Direct human changes to natural aquatic ecosystems can increase methane emissions, new research has shown.
Atmospheric methane has tripled since pre-industrial times. It traps heat much more efficiently than carbon dioxide and makes up 25 percent of atmospheric warming to date. And most of that methane comes from aquatic ecosystems, and human activities contribute to the level of emissions, a new paper published in the journal Nature Geoscience showed.
The global contribution and importance of aquatic ecosystems as methane emitters is underestimated, says Judith Rosentreter, a postdoctoral fellow at the Yale School of Environment (YSE) who led the study with a team of 14 researchers around the world.
The study authors reviewed methane flows from 15 major natural, aquatic ecosystems and man-made wetlands, including terrestrial, coastal and oceanic systems. They found that when methane emissions combine from these aquatic ecosystems, they are potentially a greater source of methane than direct anthropogenic sources of methane, such as agriculture or the burning of fossil fuels.
Aquatic ecosystems and wetlands account for at least half of the total methane emission budget.
“Accurate accounting of methane sources from aquatic ecosystems and if they are affected by human activities is important for understanding atmospheric methane concentrations,” says Peter Raymond, professor of ecosystem ecology, who co-authored the study.
The question of how people affected methane emissions from water sources was highlighted.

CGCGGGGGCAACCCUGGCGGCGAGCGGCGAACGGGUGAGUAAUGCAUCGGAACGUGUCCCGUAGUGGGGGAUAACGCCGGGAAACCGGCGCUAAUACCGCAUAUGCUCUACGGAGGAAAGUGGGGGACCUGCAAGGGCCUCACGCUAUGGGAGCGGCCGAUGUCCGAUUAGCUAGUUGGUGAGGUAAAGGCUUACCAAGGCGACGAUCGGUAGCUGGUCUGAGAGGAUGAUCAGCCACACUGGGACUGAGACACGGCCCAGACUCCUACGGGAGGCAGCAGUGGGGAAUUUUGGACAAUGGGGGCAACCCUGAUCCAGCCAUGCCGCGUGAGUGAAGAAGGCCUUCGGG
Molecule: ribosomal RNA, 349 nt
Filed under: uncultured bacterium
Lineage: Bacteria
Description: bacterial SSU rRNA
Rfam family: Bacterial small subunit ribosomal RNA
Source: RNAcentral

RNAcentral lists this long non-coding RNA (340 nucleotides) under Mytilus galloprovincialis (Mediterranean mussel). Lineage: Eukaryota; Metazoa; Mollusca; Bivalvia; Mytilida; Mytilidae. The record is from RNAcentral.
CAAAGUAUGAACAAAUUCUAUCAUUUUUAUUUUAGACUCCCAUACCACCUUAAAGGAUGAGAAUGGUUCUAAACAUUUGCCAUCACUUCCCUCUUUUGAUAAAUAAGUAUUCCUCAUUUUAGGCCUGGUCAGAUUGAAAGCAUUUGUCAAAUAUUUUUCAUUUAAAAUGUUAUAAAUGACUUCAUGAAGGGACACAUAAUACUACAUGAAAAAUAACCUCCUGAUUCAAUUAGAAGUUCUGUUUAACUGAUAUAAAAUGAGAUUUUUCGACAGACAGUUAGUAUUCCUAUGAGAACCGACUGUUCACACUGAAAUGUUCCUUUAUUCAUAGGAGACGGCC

“Everything that is human motion or human impact has had much larger fluxes than more natural sites,” says Rosentreter, an associate at the Yale Institute of Biosphere Studies, Hutchinson.
Globally, rice farming releases more methane per year than all coastal wetlands, the continental shelf and the open ocean combined. Leaking manure causes lakes and reservoirs rich in nutrients to release methane.
Coastal aquaculture farms have methane flows per area that are 7-430 times higher than unregulated coastal habitats, such as mangrove forests, salt marshes, or seagrass. But the study notes that there are opportunities to reduce man-made emissions using the right management techniques.
“Intensive methane emissions from aquatic ecosystems offer opportunities for interventions by providing potential quick wins in reducing greenhouse gas emissions, provided a large role per molecule of methane emissions is relative to carbon dioxide,” says study co-author Carlos M. Duarte, a professor at the University of science and technology King Abdullah (KAUST) in Saudi Arabia.
Fluctuations between flooded and non-flooded conditions on aquaculture farms and rice paddies; restoration of tidal flow in degraded coastal wetlands; and reducing nutrients and organic matter in freshwater lakes, reservoirs and rivers can help reduce emissions, the study notes.
“Reducing methane emissions from aquatic systems will be an important part of stabilizing Earth’s temperature,” says co-author Bradley Eyre, director of the Center for Coastal Biogeochemistry at the University of Southern Cross in Australia.
Raising awareness about the number of methane emissions from aquaculture and other aquatic systems can help inform new monitoring and measurements that identify where and how methane emissions are produced and change over time. “With this awareness is also the ability to keep our water cleaner,” says Rosentreter.